A: “I was in seventh grade, I had never played volleyball before and I was the only black girl that was on the team. Next year, no one came back but me. I had racist remarks and the normal stuff against me. I never thought there was an issue with me being on the team. From then on I literally just said, I’m black, so what?”


moniquill
potootagath:

wingleader:

wakeupslaves:

the-goddamazon:

LOL man.

never forget white people did nothing first neither the best, they sleep and eat false propaganda,

Ugh, why the shit does that have to turn into a race thing? Why does EVERYTHING have to turn into a race thing?

because white people have made sure that everything is about race
as proved by the fact that when you say explorer, you think of a bunch of white guys walking the world and discovering it ~exotic wonders~ even though Zheng He travelled through Asia, to the Middle East, and even East Africa. But you’d likely never heard of him before.
Same reason you never heard of Ahmad Ibn Fadlan, an Arab traveller who, as early as the 10th century, went to the Volga area for diplomatic reasons. He wrote about it, much as Marco Polo would do later for his own travels, and is one of our sources on what viking were like (and by all accounts, he wrote about them more accurately than western scholars of the same period did)
Oh, or Ibn Battuta who travelled throughout Africa long before europeans did, and even went to Europe himself.
And that’s just some example of Muslim medieval travel writers
Everything is about race because white people keep telling everyone that their race is the only one who every got anything done.

potootagath:

wingleader:

wakeupslaves:

the-goddamazon:

LOL man.

never forget white people did nothing first neither the best, they sleep and eat false propaganda,

Ugh, why the shit does that have to turn into a race thing? Why does EVERYTHING have to turn into a race thing?

because white people have made sure that everything is about race

as proved by the fact that when you say explorer, you think of a bunch of white guys walking the world and discovering it ~exotic wonders~ even though Zheng He travelled through Asia, to the Middle East, and even East Africa. But you’d likely never heard of him before.

Same reason you never heard of Ahmad Ibn Fadlan, an Arab traveller who, as early as the 10th century, went to the Volga area for diplomatic reasons. He wrote about it, much as Marco Polo would do later for his own travels, and is one of our sources on what viking were like (and by all accounts, he wrote about them more accurately than western scholars of the same period did)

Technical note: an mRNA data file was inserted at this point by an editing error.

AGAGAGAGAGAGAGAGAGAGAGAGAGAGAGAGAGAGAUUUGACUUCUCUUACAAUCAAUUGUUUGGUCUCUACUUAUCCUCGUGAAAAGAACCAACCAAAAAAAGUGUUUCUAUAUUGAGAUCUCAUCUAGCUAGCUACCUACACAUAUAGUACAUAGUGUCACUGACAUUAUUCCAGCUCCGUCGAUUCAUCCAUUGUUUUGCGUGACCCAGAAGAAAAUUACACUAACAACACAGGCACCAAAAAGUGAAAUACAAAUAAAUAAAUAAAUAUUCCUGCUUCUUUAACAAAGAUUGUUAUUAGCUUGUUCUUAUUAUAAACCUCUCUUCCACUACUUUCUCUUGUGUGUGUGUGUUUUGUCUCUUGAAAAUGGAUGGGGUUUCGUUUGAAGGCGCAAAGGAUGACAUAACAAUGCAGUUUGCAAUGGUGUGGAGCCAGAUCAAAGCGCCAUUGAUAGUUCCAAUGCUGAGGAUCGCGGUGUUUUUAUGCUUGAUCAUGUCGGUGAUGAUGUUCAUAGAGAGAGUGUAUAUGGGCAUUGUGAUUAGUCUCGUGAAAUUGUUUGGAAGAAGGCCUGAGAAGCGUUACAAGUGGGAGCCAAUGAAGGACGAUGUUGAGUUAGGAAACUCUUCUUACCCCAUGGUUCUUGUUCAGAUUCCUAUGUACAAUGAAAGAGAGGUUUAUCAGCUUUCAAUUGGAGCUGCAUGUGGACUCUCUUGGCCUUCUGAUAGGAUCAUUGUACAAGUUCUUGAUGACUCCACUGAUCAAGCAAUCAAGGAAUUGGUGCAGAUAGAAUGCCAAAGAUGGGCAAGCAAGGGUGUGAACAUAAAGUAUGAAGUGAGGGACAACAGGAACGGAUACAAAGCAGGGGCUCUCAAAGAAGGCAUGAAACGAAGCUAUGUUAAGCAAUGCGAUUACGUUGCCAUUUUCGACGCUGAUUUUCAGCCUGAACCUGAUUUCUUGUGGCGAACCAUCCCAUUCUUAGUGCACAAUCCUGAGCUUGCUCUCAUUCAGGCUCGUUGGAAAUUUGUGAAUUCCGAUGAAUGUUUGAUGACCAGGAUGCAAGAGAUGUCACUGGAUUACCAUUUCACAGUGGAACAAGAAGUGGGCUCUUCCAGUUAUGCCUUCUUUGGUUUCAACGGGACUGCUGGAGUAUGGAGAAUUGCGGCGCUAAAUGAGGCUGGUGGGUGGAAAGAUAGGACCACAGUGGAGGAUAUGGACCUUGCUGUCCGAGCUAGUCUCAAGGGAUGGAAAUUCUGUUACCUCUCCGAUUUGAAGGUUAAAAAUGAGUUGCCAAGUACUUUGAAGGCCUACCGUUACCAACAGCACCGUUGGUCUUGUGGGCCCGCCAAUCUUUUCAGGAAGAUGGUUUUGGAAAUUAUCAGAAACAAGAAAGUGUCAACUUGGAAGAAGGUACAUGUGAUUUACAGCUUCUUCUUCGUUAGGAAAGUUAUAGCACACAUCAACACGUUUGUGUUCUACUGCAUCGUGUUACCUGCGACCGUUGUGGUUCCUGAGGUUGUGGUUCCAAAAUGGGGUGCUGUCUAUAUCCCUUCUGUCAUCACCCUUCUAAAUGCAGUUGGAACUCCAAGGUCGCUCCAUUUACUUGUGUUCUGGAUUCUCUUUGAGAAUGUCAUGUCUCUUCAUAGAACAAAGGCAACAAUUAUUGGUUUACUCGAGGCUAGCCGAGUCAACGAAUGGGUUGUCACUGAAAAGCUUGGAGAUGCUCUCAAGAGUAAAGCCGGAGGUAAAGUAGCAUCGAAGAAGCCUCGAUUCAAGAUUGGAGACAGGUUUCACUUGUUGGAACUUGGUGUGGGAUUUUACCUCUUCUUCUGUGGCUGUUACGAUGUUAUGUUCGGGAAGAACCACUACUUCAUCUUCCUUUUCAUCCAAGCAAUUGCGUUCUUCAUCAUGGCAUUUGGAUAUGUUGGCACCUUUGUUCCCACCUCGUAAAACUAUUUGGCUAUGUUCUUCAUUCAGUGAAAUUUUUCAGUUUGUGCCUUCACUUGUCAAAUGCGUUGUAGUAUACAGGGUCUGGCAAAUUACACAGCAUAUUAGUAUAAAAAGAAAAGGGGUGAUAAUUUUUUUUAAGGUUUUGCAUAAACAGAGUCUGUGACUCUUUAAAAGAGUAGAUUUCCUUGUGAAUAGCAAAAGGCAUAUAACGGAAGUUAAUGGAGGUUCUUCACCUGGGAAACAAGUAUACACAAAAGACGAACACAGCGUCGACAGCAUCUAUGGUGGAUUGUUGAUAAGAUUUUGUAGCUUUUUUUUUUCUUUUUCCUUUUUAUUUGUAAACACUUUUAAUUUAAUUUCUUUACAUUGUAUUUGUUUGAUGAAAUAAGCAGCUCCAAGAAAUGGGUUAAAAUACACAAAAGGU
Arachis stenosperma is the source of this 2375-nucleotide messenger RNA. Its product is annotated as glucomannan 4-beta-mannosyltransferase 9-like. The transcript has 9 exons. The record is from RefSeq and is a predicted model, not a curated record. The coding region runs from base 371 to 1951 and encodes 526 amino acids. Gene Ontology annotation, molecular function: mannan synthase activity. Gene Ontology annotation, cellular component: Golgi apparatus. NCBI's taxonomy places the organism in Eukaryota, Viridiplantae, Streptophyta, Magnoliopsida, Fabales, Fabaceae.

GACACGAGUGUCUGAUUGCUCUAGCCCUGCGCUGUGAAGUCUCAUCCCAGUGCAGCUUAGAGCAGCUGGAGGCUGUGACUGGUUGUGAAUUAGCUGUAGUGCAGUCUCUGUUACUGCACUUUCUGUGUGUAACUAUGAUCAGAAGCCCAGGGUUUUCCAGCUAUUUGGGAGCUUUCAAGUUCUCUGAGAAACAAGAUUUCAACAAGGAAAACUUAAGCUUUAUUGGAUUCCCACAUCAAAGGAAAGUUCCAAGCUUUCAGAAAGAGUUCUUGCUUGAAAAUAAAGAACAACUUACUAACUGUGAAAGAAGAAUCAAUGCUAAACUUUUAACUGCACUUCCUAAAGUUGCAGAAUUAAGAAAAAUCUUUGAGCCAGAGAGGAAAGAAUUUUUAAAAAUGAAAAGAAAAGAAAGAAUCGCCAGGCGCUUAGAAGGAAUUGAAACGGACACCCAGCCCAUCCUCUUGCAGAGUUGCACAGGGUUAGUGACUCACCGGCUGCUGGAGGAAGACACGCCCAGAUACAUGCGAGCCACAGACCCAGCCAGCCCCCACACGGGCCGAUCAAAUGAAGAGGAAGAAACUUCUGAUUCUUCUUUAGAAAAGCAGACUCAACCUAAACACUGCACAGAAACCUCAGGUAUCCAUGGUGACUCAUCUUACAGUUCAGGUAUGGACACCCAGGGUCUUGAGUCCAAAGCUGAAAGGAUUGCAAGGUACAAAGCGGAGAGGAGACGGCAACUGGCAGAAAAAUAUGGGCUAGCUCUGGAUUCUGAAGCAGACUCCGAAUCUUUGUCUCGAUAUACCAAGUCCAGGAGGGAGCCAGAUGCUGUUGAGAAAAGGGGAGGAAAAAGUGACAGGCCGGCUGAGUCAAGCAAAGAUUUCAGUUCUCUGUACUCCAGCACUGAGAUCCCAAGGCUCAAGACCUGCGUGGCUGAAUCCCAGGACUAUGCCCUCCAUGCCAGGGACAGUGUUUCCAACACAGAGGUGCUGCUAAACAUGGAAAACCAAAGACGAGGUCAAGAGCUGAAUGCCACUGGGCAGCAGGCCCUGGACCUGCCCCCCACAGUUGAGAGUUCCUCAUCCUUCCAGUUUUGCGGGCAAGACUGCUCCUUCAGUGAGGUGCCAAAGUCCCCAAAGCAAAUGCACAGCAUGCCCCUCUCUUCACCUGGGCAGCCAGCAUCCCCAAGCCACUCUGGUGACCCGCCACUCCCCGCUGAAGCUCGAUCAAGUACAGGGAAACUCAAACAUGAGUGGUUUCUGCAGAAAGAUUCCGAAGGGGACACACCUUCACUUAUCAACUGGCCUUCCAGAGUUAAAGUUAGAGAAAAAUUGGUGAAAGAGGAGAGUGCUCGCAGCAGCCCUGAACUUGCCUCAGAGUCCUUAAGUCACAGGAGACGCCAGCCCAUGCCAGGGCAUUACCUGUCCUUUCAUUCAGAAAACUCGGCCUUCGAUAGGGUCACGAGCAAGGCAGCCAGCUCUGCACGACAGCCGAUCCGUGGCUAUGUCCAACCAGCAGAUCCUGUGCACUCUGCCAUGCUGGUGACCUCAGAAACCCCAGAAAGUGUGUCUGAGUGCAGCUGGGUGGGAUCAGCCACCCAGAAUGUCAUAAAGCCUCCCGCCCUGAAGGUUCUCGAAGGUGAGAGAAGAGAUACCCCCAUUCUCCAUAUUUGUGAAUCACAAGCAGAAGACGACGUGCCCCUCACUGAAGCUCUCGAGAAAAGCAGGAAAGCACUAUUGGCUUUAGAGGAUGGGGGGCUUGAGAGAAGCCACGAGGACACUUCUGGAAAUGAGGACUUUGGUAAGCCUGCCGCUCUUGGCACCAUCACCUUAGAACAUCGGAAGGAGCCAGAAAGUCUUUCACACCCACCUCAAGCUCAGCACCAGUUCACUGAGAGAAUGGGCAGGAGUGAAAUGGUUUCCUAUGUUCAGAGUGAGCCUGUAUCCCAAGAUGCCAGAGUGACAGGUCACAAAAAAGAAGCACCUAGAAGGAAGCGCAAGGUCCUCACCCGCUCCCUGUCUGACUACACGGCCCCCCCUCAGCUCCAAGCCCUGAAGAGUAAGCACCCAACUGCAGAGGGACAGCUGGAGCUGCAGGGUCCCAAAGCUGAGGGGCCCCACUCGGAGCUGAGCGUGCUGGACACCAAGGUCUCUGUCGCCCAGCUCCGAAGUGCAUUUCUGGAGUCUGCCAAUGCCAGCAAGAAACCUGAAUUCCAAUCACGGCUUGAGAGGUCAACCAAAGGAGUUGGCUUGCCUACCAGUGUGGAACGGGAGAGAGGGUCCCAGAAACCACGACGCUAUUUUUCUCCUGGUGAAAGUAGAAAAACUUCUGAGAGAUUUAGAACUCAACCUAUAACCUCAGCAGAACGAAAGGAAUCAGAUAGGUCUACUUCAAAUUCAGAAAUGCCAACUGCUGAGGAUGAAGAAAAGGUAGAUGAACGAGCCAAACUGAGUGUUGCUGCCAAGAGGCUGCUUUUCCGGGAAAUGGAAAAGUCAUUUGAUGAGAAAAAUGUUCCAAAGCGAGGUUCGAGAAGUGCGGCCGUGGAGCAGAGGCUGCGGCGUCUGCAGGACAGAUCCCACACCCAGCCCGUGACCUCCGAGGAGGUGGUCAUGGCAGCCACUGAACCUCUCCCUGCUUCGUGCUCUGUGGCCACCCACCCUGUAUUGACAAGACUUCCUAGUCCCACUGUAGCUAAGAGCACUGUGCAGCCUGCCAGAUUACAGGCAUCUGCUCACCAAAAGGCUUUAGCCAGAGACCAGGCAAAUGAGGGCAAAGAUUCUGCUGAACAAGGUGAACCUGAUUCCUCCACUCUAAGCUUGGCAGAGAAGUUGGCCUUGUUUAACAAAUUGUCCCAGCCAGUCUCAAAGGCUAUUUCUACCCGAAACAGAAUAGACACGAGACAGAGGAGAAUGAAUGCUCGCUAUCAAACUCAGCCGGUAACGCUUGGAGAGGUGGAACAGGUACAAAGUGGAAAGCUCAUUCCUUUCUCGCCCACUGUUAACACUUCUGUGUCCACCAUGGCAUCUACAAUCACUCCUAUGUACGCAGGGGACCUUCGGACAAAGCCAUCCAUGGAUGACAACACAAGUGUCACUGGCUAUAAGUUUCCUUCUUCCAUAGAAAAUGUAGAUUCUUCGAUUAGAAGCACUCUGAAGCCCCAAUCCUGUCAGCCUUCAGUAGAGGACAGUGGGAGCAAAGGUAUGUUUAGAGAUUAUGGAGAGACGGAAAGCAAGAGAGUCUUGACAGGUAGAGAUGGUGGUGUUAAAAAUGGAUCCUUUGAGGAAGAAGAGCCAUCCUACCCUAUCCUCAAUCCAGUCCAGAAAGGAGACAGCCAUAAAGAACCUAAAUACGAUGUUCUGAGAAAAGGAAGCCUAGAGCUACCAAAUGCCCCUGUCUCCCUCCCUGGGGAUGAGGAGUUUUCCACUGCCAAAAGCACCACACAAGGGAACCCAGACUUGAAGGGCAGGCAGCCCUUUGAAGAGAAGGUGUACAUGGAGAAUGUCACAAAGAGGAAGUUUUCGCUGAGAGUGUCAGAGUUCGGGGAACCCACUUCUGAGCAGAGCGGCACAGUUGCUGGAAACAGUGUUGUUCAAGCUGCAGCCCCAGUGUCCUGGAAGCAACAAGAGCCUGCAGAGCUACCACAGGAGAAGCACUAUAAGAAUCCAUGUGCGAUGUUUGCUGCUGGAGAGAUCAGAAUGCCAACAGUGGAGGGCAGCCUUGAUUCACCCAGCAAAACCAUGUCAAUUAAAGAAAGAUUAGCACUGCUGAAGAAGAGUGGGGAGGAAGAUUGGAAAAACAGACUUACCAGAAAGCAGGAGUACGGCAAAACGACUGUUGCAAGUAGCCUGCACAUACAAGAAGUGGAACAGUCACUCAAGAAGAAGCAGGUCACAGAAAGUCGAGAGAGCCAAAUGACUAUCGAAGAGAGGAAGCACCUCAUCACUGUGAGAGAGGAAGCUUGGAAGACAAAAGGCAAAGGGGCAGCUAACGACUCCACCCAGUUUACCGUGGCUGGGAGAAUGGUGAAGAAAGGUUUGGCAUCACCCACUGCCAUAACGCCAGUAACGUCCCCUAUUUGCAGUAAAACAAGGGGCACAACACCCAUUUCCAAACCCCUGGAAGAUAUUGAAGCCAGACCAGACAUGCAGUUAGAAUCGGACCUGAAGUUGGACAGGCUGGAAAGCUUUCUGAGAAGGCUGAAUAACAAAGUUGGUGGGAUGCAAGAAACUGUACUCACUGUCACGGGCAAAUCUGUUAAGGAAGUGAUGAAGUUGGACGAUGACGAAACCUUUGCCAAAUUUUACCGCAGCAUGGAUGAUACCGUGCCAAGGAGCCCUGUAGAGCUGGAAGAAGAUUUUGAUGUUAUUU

Oh, or Ibn Battuta who travelled throughout Africa long before europeans did, and even went to Europe himself.

And that’s just some example of Muslim medieval travel writers

Everything is about race because white people keep telling everyone that their race is the only one who every got anything done.

behind-the-book

behind-the-book:

Elementary Reading List

Back in May, the #weneeddiversebooks campaign lit a fire to fulfill the desperate need for diverse books in children’s literature. Behind the Book has always championed efforts to find diverse authors and protagonists that will appeal to students since we serve communities of color. For your enjoyment (and enrichment), we’ve created an epic list of diverse books to reflect the diversity in our city; here’s our list for early elementary school students.

A Place Where Hurricanes Happen by Renee Watson, a Behind the Book author

Dear Primo: A Letter to My Cousin by  Duncan Tonatiuh

Ellington Was Not a Street by Ntozake Shange

Pitching in For Eubie by Jerdine Nolen

Each Kindness by Jacqueline Woodson, a Behind the Book author

Ruby and the Booker Boys #1: Brand New School, Brave New Ruby by Derrick Barnes

Goblinheart by Brett Axel

Bird by Zetta Elliot

Cora Cooks Pancit by Dorina K. Lazo Gilmore

Waiting for the Biblioburro by Monica Brown

Crossing Bok Chitto by Tim Tingle

Soccer Star by Mina Javaherbin

Josephine: The Dazzling Life of Josephine Baker by Patricia Hruby Powell

For descriptions, click the read more!

(Click the following links to be directed to the Kindergarten, Middle Grade and High School lists)

Read More